It also has 10-20 shorter modules - usually 3-5 hours of play, tho' certain groups stretch the 5 hour into 15 hours or so. I've run EX1-4 5 times.... once, 2.25 hours start to finish; 3 times in the 5-6 hour range, once in a 10-hour (4 sessions weekly) careful crawl.

Note that, in "D&D is a tactical wargame" mode, one can only play every adventure once given 2 sessions a week.... if you're running in Roleplay mode, it would take 3-4 sessions a week to complete all the content during the release season.

All the smaller modules are now available on http://www.dmsguild.com/ ...

Pathfinder's program is similar - a big module per season, a sourcebook to go with it, and a handful or two of shorter modules to fill in the range and for convention play.

So, at present, D&D 5E has like 50+ modules for organized play in electronic publication, 5 hardcover long adventures, and some 3rd party stuff as well. Note that the 3rd party stuff isn't allowed for organized play at present.

Pathfinder has hundreds.

JimMarn June 1st, 2016 07:21 PM

I'm not familiar with Organized Play. Is it like convention contest play ? In that, set scenarios, briefing in text so that the games are run as consistently as possible ?

As for rp/wargame. We did it for fun. I did rp things that I felt was necessary; like characters arriving at a new town, encountering a patrol force unfamiliar with them being good guys, etc.

aramis June 1st, 2016 08:43 PM

Quote:

Originally Posted by JimMarn (Post 540476)
I'm not familiar with Organized Play. Is it like convention contest play ? In that, set scenarios, briefing in text so that the games are run as consistently as possible ?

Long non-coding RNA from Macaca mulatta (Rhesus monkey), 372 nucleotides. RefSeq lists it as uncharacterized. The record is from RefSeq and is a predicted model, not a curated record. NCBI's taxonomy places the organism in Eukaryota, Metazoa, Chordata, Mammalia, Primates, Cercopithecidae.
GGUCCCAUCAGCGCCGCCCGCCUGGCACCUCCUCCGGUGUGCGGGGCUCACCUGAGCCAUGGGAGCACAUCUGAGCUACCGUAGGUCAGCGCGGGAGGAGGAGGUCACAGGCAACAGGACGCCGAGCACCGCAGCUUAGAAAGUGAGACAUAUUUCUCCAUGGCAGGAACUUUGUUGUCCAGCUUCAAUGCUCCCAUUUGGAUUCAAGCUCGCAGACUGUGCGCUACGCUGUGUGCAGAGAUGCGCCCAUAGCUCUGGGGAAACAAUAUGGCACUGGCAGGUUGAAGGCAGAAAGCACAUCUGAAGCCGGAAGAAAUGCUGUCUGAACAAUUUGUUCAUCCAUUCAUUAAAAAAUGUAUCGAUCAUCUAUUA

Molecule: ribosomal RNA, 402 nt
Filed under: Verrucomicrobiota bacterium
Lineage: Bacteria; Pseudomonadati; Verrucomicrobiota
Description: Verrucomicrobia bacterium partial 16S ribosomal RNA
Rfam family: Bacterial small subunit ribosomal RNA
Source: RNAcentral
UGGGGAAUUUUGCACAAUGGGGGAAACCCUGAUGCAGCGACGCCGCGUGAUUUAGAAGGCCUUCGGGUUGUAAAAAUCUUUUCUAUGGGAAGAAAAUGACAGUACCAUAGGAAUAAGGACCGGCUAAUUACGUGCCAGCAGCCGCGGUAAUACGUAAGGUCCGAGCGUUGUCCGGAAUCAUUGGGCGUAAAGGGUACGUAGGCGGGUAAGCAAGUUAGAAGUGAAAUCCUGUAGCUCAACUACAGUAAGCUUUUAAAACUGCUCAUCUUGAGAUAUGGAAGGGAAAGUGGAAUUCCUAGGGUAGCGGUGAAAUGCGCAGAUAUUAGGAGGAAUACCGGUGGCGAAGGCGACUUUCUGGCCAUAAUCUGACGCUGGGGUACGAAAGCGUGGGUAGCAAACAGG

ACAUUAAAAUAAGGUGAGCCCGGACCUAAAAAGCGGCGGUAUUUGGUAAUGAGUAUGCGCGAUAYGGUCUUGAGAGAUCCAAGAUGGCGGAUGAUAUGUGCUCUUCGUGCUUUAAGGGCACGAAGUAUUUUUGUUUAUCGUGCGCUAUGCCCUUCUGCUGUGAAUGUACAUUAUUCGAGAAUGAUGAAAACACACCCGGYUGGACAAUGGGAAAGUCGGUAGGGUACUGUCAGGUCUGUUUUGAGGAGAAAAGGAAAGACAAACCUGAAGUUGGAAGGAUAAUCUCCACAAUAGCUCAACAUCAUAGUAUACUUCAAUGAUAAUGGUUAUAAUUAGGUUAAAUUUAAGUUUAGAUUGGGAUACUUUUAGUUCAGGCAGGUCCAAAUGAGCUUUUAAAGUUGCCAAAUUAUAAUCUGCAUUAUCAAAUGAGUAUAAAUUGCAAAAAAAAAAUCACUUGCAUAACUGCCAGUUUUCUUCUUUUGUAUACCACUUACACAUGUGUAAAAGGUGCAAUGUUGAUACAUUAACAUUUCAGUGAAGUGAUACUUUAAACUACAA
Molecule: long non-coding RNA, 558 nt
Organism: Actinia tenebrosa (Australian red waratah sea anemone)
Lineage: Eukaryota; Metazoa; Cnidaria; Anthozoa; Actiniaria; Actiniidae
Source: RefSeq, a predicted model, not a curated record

As for rp/wargame. We did it for fun. I did rp things that I felt was necessary; like characters arriving at a new town, encountering a patrol force unfamiliar with them being good guys, etc.

Not "contest play" any more. Neither PFS nor D&DAL are contests. Forget "Contest" play - that's a deservedly gone thing of the 70's to 90's.

Players generate characters using a subset of the rules.
Players play those characters in multiple adventures - sometimes at one table, sometimes at several, sometimes table A on Threeday and B on Sixday...
Each adventure has either a "Tier" (In D&D AL, there are 4 tiers) or a level range; characters of suitable levels are allowed to play, gain loot and experience, and are able to port it with their character into other modules. A given character may play a given short module once only; a given chapter of a large module once only. Drop-in, drop-out...

Conventions allow players to play certain "big story" moment adventures capstoning the season's modules. Certain locations convention-only module play actually gets factored into future storylines.

There's no formal competition between players in D&DAL, and PVP is a banning offense. (Except during madness in AL Season 3 adventures.)

It's very much like home play, except no house rules, and you may not have the same group 3 weeks in a row.

JimMarn June 1st, 2016 09:42 PM

Okay, a continuing story line.

Okay was all I meant to type. My bloodsugar is high, I've been eating chocolate.

whartung June 1st, 2016 11:48 PM

BitD, we used to have a continuing dungeon game a the conventions. Basically the convention kept the characters and the players would play them at each convention.

I used to DM them a lot, and had return parties -- we always had a good time with them.


All times are GMT -4. The time now is 07:16 AM.

Powered by vBulletin® Version 3.8.4
Copyright ©2000 - 2018, Jelsoft Enterprises Ltd.
Copyright (c) 2010-2013, Far Future Enterprises. All Rights Reserved.